Texas Cities Corinth and Denton reach Service Agreement

Denton Public Library

Since 1975, Corinth, Texas has been a member of the Lake City Libraries. They decided to leave last fall.

A recent partnership between Corinth and the Denton Public Library will allow residents to use Denton’s library service for a reduced price, finally ending Corinth’s long-standing agreement with the Lake Cities Library. The Corinth City Council unanimously approved an agreement with the Denton Public Library on Thursday night during a council meeting that officials say will be a cheaper option for residents and Corinth. – Corinth, Denton Public Library make service deal

Hopefully, this will work out well for everyone but I think it may be a rough transition.

Less Lord of the Flies and more Sense and Sensibility

San Francisco Main Library

The title of this post is courtesy of the Mayor of San Francisco.

The mayor’s letter to the commissioners proposed creating a Family and Education Fun Zone around the library and suggested that the first step should be instituting actual penalties for breaking the library’s long-standing code of conduct. Previously, most bad behavior was met simply with a warning to stop. In response, library staff beefed up the Patron Code of Conduct with much harsher penalties than the admonishment, “Uh, that’s a sink – not a bathtub.” Under the proposals, which will likely be tweaked after community input and voted on by the commissioners this spring, repeat offenses could result in being banned from all the city’s public libraries for up to a year. – S.F. library proposes new code of conduct with penalties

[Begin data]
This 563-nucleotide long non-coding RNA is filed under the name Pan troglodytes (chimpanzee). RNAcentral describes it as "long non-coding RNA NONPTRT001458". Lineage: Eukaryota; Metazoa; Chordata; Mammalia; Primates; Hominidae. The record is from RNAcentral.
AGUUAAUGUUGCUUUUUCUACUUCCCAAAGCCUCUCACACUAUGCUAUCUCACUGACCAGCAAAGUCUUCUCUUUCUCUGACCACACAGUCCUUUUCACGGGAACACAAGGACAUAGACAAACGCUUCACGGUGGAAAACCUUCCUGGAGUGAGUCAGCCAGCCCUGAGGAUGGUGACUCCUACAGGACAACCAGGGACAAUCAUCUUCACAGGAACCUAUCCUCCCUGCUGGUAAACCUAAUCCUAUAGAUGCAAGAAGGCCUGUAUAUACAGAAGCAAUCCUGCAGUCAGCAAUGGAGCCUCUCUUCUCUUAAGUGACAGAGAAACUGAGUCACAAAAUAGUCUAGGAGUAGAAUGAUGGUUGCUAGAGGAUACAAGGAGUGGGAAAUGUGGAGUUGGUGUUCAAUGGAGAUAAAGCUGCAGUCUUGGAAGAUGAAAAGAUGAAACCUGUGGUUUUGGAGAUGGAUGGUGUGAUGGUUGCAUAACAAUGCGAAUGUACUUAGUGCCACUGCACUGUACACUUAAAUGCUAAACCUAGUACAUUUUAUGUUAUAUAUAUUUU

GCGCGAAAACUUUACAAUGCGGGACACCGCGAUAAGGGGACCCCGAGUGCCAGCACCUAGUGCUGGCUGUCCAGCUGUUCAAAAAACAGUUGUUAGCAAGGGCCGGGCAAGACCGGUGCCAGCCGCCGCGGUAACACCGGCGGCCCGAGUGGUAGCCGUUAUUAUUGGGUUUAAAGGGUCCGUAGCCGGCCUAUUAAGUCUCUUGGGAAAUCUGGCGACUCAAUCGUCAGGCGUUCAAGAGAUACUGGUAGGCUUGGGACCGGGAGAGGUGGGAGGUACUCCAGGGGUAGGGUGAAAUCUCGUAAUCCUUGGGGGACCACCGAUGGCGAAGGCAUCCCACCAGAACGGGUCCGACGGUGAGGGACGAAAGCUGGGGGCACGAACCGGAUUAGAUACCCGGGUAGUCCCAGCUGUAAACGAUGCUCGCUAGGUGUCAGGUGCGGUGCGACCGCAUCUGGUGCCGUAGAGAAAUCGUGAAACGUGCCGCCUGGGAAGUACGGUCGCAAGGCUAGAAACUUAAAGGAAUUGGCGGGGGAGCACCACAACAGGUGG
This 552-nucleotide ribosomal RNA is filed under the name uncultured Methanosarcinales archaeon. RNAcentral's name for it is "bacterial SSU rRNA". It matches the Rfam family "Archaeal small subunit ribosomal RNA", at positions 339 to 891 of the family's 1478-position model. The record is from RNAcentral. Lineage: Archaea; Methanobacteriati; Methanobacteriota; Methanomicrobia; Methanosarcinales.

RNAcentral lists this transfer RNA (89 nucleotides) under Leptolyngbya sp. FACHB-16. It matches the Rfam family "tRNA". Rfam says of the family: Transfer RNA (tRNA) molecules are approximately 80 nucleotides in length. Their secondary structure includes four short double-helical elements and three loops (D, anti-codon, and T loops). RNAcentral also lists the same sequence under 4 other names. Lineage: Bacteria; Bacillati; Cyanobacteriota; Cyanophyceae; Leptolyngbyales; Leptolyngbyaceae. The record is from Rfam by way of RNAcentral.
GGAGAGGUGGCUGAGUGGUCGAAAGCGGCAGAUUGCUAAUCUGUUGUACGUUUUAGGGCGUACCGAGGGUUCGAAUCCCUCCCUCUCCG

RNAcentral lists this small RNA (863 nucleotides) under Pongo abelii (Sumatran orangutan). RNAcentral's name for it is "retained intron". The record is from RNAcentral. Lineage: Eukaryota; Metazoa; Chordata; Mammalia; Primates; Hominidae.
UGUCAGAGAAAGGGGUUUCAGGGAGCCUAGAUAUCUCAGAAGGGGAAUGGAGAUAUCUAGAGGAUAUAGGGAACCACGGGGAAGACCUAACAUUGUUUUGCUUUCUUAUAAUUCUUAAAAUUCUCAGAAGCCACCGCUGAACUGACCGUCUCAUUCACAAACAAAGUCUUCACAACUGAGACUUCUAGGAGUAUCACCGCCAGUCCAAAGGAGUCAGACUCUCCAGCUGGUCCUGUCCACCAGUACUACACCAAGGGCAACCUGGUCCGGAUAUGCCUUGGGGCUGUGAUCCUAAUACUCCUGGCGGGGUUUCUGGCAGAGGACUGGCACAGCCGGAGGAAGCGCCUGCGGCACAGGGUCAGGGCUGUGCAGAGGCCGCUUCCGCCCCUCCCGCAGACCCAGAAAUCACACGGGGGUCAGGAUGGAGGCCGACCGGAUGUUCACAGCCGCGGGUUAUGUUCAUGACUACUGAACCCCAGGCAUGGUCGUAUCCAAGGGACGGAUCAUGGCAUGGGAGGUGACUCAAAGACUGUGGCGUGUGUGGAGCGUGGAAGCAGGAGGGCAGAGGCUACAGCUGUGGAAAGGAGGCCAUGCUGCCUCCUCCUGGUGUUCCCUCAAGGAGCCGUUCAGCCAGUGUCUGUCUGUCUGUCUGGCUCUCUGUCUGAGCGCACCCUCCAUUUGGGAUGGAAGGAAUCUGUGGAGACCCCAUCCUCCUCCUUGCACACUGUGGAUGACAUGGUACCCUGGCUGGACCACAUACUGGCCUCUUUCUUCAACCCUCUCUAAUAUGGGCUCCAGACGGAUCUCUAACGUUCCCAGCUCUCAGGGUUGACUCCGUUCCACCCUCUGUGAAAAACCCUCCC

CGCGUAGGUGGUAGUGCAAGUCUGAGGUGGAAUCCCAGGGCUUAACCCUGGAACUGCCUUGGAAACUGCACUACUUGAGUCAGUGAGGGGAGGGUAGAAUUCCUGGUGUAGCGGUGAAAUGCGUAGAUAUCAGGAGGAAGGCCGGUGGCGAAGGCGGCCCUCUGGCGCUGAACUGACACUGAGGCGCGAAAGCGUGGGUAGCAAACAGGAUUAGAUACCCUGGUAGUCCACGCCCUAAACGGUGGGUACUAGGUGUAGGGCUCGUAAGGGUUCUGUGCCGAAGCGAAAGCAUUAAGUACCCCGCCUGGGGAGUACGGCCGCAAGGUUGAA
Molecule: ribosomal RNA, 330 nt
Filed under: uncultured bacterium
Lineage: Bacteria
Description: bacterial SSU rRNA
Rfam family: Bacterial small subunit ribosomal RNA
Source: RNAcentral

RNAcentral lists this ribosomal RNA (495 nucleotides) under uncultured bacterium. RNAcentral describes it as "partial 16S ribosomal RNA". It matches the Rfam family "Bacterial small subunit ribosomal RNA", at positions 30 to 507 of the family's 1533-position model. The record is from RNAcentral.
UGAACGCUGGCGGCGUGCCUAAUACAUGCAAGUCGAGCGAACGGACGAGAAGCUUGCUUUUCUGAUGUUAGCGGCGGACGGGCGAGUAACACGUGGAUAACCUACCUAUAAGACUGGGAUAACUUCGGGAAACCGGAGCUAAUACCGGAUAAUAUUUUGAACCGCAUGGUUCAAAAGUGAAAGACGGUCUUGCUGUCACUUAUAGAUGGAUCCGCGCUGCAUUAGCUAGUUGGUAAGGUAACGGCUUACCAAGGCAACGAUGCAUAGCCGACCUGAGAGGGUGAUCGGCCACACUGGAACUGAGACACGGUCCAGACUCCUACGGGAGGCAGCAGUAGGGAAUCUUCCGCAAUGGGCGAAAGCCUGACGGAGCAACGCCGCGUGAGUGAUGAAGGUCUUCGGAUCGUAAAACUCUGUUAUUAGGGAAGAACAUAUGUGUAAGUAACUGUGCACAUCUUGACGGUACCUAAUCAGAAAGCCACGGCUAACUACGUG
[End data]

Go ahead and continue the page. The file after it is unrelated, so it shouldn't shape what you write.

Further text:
In my experience, you do have to have rules but no one ever enjoys having to enforce them.

University of Pennsylvania plan to cut Math and Science Libraries Unpopular

UPenn Engineering Library

A plan by the University of Pennsylvania to cut back on two of its branch libraries – one for engineering and the other for math, physics, and astronomy – has yielded an outcry from students and professors who say the books are critical to their studies and research. Both libraries are housed within the same campus buildings as their departments, and are heavily used by undergraduates and graduate students alike. Mathematics students, in particular, said many of the books and materials they need are not available electronically, and they must browse the library to find what they need. – Students, faculty decry Penn plan to cut math and science libraries

Technically, the books will still be available but they will be warehoused in New Jersey and it could take up to 5 days to fill a request for a student who wants one for a project. It seems like this is kind of a brute force method of going digital.

Author accuses Harper Collins of …

Time Hunters

Posted to Amazon by author Carl Ashmore:

Time HuntersHi guys,

I thought I’d make you aware of a recent situation I’ve found myself in.